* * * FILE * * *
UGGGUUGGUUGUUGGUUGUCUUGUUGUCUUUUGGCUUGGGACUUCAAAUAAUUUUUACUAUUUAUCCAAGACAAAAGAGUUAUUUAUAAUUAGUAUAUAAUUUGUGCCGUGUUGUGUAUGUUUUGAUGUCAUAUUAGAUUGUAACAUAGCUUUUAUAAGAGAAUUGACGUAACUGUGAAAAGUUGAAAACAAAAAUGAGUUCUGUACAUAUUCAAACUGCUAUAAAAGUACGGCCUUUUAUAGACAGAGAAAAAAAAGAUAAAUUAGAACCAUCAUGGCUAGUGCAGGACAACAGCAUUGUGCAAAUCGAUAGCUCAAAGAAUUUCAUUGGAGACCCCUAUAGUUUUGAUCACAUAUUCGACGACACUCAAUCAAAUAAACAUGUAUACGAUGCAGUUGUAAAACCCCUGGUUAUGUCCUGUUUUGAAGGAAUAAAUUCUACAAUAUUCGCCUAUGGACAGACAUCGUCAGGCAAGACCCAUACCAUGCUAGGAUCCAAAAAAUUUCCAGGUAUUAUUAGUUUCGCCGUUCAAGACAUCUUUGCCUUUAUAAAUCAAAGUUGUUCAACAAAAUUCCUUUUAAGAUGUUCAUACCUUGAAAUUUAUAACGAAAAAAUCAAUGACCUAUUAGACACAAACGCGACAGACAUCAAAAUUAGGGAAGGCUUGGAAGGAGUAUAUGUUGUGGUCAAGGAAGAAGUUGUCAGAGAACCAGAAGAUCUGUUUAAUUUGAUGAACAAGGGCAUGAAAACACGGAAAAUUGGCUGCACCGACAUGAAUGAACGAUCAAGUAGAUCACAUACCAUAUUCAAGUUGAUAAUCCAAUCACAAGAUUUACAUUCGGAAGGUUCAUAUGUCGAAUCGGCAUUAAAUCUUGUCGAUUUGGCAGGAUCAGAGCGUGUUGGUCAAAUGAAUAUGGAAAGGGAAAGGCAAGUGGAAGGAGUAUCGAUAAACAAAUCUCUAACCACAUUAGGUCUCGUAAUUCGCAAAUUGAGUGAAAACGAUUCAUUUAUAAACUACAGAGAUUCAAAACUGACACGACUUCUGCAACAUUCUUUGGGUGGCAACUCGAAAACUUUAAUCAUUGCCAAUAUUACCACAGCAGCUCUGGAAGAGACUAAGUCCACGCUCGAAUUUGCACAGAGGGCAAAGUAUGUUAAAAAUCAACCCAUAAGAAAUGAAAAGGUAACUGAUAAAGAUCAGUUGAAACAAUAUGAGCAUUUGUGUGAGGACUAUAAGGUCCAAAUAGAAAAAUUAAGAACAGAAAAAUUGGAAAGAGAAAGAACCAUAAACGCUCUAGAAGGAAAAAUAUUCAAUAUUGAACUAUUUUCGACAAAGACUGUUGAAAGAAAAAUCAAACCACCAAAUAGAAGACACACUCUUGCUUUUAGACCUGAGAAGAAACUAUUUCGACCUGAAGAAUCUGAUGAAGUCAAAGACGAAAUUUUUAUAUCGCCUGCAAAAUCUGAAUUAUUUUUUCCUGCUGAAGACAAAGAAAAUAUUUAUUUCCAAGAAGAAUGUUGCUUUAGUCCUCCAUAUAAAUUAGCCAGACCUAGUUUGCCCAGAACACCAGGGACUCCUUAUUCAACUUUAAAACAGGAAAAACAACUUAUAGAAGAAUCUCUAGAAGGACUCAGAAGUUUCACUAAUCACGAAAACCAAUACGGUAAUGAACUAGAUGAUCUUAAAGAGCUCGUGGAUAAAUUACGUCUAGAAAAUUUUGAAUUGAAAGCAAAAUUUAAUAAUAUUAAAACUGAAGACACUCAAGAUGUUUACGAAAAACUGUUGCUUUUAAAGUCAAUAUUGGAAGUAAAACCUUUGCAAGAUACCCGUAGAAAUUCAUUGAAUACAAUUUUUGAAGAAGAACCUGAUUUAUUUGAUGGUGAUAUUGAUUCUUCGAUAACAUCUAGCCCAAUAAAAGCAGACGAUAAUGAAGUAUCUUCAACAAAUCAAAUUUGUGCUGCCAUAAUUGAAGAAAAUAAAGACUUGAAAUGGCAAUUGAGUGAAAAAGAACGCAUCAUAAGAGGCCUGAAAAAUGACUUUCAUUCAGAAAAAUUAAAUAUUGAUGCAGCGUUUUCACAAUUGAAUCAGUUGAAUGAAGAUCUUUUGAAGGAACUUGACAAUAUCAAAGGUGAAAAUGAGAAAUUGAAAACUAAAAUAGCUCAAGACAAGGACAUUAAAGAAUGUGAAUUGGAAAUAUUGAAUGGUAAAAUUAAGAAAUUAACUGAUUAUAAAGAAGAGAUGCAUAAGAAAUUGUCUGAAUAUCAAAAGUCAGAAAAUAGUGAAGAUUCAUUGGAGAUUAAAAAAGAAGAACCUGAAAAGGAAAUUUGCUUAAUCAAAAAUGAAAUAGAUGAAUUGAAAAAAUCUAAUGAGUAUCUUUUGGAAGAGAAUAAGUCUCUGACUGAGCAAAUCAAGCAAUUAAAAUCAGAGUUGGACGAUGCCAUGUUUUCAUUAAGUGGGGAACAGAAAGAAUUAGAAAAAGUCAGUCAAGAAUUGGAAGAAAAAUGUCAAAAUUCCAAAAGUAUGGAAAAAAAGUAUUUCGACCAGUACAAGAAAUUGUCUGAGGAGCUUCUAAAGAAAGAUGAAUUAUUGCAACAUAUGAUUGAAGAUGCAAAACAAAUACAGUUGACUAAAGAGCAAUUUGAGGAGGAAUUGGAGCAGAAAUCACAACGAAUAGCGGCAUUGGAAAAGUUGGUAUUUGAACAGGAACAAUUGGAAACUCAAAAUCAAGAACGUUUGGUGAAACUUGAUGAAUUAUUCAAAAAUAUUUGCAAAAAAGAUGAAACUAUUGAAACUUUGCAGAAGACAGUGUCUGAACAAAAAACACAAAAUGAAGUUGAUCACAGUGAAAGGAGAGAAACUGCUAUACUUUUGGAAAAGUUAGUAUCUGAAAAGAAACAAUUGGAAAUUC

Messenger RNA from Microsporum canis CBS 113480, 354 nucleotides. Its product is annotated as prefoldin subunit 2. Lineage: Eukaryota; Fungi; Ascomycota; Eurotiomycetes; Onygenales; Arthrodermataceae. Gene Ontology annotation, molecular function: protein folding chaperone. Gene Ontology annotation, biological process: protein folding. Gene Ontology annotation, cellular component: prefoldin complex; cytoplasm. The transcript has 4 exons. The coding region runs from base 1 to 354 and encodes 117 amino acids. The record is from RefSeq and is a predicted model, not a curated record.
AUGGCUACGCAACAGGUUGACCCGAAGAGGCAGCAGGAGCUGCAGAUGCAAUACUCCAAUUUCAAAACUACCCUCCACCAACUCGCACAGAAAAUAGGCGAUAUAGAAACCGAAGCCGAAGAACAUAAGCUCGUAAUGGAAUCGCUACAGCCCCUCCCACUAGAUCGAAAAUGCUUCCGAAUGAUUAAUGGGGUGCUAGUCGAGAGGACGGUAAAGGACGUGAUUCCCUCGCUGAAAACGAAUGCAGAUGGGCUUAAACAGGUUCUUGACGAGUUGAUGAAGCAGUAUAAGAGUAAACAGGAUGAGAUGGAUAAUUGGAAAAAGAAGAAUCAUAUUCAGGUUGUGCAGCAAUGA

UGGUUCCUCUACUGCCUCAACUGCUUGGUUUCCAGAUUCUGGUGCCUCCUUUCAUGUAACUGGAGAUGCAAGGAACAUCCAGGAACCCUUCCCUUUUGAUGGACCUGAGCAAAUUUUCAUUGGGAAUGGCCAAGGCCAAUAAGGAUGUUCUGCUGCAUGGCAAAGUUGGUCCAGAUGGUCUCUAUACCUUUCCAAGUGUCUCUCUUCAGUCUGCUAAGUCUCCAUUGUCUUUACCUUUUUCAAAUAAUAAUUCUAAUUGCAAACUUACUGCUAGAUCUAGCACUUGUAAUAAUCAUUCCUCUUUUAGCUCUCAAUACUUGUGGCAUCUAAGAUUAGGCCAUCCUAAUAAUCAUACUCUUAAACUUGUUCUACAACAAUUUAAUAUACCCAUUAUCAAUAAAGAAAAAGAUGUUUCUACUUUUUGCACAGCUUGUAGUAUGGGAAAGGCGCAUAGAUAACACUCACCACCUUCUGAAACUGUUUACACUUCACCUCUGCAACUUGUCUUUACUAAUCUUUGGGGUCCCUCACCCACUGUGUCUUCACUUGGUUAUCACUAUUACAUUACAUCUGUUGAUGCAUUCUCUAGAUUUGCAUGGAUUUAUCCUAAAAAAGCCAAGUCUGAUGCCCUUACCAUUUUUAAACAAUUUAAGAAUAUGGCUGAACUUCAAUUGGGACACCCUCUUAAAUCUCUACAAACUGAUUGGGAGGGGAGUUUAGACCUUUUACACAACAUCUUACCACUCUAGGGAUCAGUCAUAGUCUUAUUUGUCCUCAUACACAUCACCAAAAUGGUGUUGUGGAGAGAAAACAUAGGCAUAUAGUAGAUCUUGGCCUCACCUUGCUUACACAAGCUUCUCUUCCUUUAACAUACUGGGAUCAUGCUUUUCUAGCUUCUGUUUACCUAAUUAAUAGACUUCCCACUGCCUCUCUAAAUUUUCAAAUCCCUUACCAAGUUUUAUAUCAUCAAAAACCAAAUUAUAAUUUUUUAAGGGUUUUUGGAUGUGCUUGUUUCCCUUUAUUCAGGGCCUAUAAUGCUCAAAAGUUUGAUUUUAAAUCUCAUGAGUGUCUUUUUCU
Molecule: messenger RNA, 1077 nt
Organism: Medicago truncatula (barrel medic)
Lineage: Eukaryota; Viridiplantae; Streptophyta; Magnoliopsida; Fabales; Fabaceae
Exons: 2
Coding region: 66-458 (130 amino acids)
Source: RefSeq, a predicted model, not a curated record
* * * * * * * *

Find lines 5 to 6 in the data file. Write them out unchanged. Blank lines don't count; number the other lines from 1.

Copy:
Molecule: messenger RNA, 1077 nt
Organism: Medicago truncatula (barrel medic)